Effect of surgical staging on 539 patients with borderline ovarian tumors: a Turkish Gynecologic Oncology Group study.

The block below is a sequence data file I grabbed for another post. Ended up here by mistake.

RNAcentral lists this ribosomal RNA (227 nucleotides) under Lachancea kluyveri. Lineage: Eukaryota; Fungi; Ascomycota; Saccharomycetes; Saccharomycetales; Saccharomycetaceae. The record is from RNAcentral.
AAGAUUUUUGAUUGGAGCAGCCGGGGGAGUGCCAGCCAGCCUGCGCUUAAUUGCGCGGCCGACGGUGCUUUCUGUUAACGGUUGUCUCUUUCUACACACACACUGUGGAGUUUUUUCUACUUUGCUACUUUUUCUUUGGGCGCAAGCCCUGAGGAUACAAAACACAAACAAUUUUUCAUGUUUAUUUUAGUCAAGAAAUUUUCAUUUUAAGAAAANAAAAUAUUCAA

OBJECTIVE To compare the outcomes of patients with ovarian tumors of low malignant potential who had complete surgical staging with those who were unstaged to determine whether the rate of recurrence or survival was affected by surgical staging. METHODS A retrospective chart review was performed on 93 consecutive patients who had surgery for histologically confirmed tumors of low malignant potential between 1979 and 1997. Two cohorts of patients were identified: patients who had classic surgical staging (n = 48) versus those who were not staged (n = 45). Outcome data were recorded for patients and compared between the two groups. RESULTS Early stage (I or II) disease was diagnosed in 31 of 48 patients who had surgical staging and 42 of 45 patients who were not staged (P =.001). In 17% of patients their stage was upgraded on the basis of surgical staging, as a result of retroperitoneal involvement in only 6% of those cases (three of 48 staged patients). During the study interval, the frozen section diagnosis of low malignant potential tumor of the ovary was changed to a final diagnosis of invasive cancer in eight other patients. There were three recurrences and two deaths in both the staged and unstaged low malignant potential groups. The average duration of follow-up was 6.5 +/- 4.2 years and was similar in the two groups. Overall 5-year survival was approximately 93% for all stages. CONCLUSION Survival and recurrence rates were not significantly different between staged and unstaged patients who had surgery for low malignant potential tumors of the ovary.